Re: Attitudes of kit producers

Denny Anspach <danspach@...>

Mike Brock opines-

Very few USRA engines were NOT
modified by the late 40's early '50's time period. Hence, most USRA models
aren't really well suited to the serious prototype modeler...unless they
intend to bash it.
Mike has THAT exactly right. I would judge that most railroads with USRA engines soon modified them in significant ways to conform to company culture and patterns of operation.

In Linn Westcott's Model Railroader Cyclopedia there is a fairly comprehensive set of "as delivered" photos of a pretty unvarnished Milwaukee Road L2 USRA 2-8-2 (and so lettered for the USRA). The irony is that literally the day these 100 locomotives were delivered (as in the photo) was the last day that they fully retained their "USRA" signature appearance. Of some 86/100 locomotives for which there are known subsequent photos, not a single one retains significant signature USRA details; and more so, all locomotives are significantly different from one another in how they have been modified! BTW, the entire fleet of 100 locomotives lasted intact right up to the end of steam c. 1953.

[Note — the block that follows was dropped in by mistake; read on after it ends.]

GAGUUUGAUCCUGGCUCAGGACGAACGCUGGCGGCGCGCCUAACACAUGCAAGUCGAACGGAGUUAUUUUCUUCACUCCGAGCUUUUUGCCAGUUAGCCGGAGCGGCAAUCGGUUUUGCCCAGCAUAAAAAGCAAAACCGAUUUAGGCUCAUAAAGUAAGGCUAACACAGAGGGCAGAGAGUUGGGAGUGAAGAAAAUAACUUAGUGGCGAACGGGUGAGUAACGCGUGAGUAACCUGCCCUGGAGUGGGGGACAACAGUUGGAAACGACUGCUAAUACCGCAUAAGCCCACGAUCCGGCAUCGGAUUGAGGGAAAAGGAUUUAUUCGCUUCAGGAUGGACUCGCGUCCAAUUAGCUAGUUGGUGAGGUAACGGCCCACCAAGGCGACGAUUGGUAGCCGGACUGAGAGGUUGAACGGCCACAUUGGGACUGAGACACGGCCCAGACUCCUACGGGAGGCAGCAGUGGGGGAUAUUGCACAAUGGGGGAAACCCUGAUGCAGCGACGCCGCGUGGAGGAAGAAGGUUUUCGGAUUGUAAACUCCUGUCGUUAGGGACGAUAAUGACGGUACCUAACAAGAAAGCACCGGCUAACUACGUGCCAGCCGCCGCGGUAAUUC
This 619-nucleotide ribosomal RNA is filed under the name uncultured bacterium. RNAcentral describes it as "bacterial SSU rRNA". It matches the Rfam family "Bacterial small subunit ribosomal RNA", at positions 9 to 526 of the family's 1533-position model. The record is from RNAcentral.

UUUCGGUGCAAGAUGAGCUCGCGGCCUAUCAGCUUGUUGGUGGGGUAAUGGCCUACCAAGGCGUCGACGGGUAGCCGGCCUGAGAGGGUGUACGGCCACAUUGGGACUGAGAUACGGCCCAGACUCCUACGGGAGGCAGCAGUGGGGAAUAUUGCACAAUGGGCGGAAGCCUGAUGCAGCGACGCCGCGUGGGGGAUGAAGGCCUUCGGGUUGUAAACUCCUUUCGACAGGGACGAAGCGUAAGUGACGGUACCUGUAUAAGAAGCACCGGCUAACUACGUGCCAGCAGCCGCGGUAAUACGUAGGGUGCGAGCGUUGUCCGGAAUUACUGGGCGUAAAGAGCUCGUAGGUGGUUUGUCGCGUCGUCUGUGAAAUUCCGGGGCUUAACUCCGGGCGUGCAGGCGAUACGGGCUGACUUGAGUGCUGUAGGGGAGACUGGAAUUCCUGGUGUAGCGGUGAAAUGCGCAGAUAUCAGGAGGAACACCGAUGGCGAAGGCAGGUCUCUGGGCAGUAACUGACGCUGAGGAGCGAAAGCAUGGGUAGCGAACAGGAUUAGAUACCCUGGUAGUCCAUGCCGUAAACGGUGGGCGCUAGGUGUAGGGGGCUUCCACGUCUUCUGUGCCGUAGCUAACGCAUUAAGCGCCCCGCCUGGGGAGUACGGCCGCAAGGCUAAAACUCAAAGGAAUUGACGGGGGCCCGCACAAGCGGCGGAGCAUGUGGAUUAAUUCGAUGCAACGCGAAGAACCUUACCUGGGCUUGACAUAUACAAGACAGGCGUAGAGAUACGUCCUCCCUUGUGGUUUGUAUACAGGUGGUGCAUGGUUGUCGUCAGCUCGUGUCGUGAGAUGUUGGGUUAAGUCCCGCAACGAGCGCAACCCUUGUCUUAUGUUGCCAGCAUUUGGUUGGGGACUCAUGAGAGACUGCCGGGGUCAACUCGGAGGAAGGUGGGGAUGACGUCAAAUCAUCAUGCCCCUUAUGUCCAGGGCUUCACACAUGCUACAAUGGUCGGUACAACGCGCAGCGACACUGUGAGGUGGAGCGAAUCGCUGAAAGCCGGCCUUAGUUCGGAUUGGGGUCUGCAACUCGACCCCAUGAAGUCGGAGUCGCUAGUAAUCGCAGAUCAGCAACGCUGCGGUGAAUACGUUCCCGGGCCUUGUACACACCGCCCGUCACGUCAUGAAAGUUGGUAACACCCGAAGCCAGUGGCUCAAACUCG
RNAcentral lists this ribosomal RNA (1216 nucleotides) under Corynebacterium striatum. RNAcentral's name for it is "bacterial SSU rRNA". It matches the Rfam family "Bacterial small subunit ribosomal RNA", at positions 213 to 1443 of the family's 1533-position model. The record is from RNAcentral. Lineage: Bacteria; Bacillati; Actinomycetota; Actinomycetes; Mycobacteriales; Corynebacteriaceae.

The problem for the prototype modeler is made worse because of the 86 locomotives recorded on photos, only a smaller percentage then have photos of both sides.

What does a prototype modeler interested in having a suitable locomotive to haul around his prototype Steam Era Freight Cars then do? Kit bash, or modify as Mike reports, or- if no supporting data is available, pick a locomotive number for which no photos exist and-------- :-) .


Denny S. Anspach, MD

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